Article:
Institute of Archaeology


Royal Patron for La Cotte de St Brelade

13 July 2022

His Royal Highness The Prince of Wales has become Patron of the restoration project to protect and preserve the ancient site of La Cotte de St Brelade in Jersey.

Archaeologists led by Mathew Pope (UCL) excavating at the site of La Cotte de St Brelade, Jersey (July 2022)

Jersey Heritage, the charity responsible for the management of the La Cotte site, announced their new Royal Patronage today. 

The exciting news provides a huge boost for the long-term project and comes at a time when archaeologists, led by Matthew Pope (UCL Institute of Archaeology/Archaeology South-East), return to the site at Ouaisné this week to restart excavation work for the first time since the pandemic began. 

HRH Prince Charles at La Cotte de St Brelade in 1968 (Image courtesy of the Société Jersiaise Photo Archive)

La Cotte, which is owned by the Société Jersiaise and managed by Jersey Heritage, was discovered in 1881 and is a key site in European prehistory, preserving one of the best records of Neanderthal behaviour from over a quarter of a million years ago.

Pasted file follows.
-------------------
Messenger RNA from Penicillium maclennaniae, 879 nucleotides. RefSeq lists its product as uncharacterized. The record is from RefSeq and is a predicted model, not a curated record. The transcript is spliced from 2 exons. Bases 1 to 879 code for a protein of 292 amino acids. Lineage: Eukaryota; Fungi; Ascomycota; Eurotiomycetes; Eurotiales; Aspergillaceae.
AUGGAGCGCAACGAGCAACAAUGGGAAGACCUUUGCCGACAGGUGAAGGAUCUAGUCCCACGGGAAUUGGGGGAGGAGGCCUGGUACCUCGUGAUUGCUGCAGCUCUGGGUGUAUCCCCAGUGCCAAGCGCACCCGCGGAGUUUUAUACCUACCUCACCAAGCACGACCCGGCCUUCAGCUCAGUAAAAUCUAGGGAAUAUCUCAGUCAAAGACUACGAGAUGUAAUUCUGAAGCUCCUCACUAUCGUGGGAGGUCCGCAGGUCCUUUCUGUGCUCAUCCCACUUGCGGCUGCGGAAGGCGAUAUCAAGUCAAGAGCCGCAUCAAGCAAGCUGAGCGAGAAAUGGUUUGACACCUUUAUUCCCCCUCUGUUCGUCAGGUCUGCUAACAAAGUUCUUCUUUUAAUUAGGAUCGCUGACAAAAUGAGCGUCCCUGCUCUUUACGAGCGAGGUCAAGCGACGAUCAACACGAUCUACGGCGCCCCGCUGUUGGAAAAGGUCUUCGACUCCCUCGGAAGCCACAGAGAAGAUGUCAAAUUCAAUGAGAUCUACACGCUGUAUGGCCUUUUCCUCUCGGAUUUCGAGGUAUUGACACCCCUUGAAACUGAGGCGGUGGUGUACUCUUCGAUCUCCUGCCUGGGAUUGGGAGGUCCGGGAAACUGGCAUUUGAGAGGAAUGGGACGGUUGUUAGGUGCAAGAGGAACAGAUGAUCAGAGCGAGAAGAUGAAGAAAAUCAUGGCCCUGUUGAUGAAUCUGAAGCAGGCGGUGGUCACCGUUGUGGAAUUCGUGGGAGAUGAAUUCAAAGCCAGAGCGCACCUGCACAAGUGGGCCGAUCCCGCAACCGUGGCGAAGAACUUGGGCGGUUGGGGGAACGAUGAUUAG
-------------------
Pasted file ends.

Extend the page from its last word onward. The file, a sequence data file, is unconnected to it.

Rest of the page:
His Royal Highness worked at the site when he joined excavations there in 1968 under the guidance of his Cambridge Professor, Charles McBurney. The Prince’s presence instantly raised the site’s profile internationally and has been a touchstone for its importance ever since.

Working with Jersey Heritage, Matthew's collaborative team initiated a new era of research at La Cotte in 2010. In addition to fieldwork, this included scientific studies of archaeological material from historic excavations, including fossil remains of Neanderthal people, now cared for by Jersey Heritage.

Matthew recently visited Jersey to carry out a survey at another Ice Age landscape, the Violet Bank, off the south east coast of the Island.  As they recommence their work at La Cotte, Matthew's team are working alongside Geomarine, which carried out the cliff stabilisation and sea wall work on behalf of Jersey Heritage and whose staff are on hand to ensure the archaeologists can safely access the prehistoric site via a 30m rope descent.

According to Matthew:

The Prince’s time with McBurney at La Cotte de St Brelade, working under challenging conditions, saw the future British monarch physically revealing the traces of Ice Age archaeology from the site. Reconnecting with that historic moment, over half a century later, and as the site is once more under excavation, is significant. It reminds us that understanding our shared past is an inter-generational endeavour.”

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